Posted February 6, 2015
Your bowl of chili looked hot and, guess what, it was! Now you’re reeling from the pain of a burned tongue and looking for quick relief. Review the following treatment advice for this malady as well as remedies for seven other common dental health problems.
- Burned tongue or mouth – To relieve the pain quickly, suck on something cold, such as an ice cube or spoonful of ice cream. Drink a beverage that will coat the tissue, such as milk, and take over-the-counter medications for the pain. Avoid spicy, acidic, crispy and hot foods for several days to give oral tissues time to heal.
- Canker sores – These tiny annoyances can be bothersome when eating or brushing your teeth. Usually canker sores go away within a few days. Although there isn’t a cure to speed up the healing process, there are several home remedies and over-the-counter medications for the pain. Review this ameritasinsight blog to learn more.
- Dry mouth – When the production of saliva slows down, oral tissues can dry out. There are many reasons why this occurs, including dehydration, medications, hormone changes, or a blocked/infected gland. Drink liquids throughout the day to keep your mouth moist. If the problem persists, contact your doctor or dentist.
- Tongue bumps – These nodules may develop if food debris gets stuck or infected in the small circles on your tongue, called papillae. Keep the tissue clean by brushing your tongue and using an antiseptic mouth rinse.
- Bad breath – Avoid this nasty problem by brushing your teeth and tongue, flossing and using an antiseptic mouth rinse daily to kill bacteria germs that develop in the mouth. If you eat foods that can contribute to mouth odor, such as garlic and onions, use a mouth rinse to refresh your breath and remove bacteria and particles of food stuck in your teeth and gums.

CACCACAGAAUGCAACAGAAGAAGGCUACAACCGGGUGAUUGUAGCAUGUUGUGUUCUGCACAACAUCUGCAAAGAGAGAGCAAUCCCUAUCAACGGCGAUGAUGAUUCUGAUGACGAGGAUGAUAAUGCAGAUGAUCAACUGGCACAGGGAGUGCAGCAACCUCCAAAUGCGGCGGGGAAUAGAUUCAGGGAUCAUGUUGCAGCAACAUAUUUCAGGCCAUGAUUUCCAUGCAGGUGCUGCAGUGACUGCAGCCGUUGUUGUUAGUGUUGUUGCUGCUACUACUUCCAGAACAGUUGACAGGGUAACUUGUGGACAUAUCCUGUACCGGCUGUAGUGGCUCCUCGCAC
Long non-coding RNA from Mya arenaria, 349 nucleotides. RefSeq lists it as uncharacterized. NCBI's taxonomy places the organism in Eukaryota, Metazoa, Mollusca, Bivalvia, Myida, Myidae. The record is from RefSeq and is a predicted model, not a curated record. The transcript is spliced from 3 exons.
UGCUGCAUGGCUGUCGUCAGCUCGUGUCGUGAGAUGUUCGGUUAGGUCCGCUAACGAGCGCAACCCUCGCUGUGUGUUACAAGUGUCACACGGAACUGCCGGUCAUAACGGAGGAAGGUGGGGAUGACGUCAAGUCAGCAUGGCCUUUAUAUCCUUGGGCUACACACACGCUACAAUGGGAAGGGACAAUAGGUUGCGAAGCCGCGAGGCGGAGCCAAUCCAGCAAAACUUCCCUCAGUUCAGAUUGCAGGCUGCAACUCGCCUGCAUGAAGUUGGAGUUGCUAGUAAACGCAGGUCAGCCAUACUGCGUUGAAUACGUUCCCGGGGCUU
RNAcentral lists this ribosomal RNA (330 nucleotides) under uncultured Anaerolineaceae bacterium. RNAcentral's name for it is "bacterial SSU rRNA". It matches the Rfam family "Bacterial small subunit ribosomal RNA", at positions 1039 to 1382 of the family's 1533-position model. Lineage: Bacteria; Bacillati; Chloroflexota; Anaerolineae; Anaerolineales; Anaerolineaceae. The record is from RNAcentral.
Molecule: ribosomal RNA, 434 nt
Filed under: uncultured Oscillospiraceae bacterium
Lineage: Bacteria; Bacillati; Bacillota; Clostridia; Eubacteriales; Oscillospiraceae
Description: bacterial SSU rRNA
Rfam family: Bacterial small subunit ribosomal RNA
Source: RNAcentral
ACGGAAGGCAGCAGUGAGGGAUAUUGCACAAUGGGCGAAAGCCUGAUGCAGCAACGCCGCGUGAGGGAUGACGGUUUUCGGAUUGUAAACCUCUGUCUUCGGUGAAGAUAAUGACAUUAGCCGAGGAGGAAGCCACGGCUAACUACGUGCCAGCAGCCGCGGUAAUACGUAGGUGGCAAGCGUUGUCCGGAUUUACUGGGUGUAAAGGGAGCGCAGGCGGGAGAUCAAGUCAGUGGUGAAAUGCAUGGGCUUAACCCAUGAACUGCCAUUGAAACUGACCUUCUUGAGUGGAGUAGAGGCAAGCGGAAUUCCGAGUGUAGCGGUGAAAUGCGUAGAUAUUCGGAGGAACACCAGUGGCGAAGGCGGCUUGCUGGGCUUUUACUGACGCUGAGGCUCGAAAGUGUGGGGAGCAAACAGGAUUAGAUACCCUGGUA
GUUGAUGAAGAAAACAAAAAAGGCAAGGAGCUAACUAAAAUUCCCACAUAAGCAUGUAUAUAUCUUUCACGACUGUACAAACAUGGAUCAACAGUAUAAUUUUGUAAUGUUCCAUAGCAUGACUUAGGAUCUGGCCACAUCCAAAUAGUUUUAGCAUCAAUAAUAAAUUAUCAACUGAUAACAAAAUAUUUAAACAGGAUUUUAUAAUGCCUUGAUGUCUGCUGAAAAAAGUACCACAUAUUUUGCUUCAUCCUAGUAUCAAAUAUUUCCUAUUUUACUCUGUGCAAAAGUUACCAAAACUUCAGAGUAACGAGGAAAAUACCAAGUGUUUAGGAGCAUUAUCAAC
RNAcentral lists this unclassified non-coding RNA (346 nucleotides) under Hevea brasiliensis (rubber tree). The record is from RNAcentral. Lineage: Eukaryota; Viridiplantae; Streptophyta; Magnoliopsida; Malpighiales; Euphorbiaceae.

- Stains – Several foods and beverages can stain your teeth, including coffee, tea, wine, sauces, berries and sweets. To keep stains under control, sip beverages with a straw and rinse with water or chew sugarless gum when you’re done. Brush and floss your teeth 30 minutes after eating or drinking, and use an antiseptic mouth rinse daily to remove food particles that cling to teeth. You also may want to talk to your dentist about tooth-whitening options.
- Bleeding gums – Gently brush teeth twice a day (after breakfast and before bedtime) and avoid further damage to tender gum tissue by flossing gently. Regularly swish with water or an oral rinse to prevent food particles from collecting on teeth.
- Sensitive teeth – If you regularly experience a slight zing when consuming hot or cold foods and beverages or eating sweets, contact your dentist. These may be symptoms of oral health problems that should be treated promptly. Learn more solutions for sensitive teeth.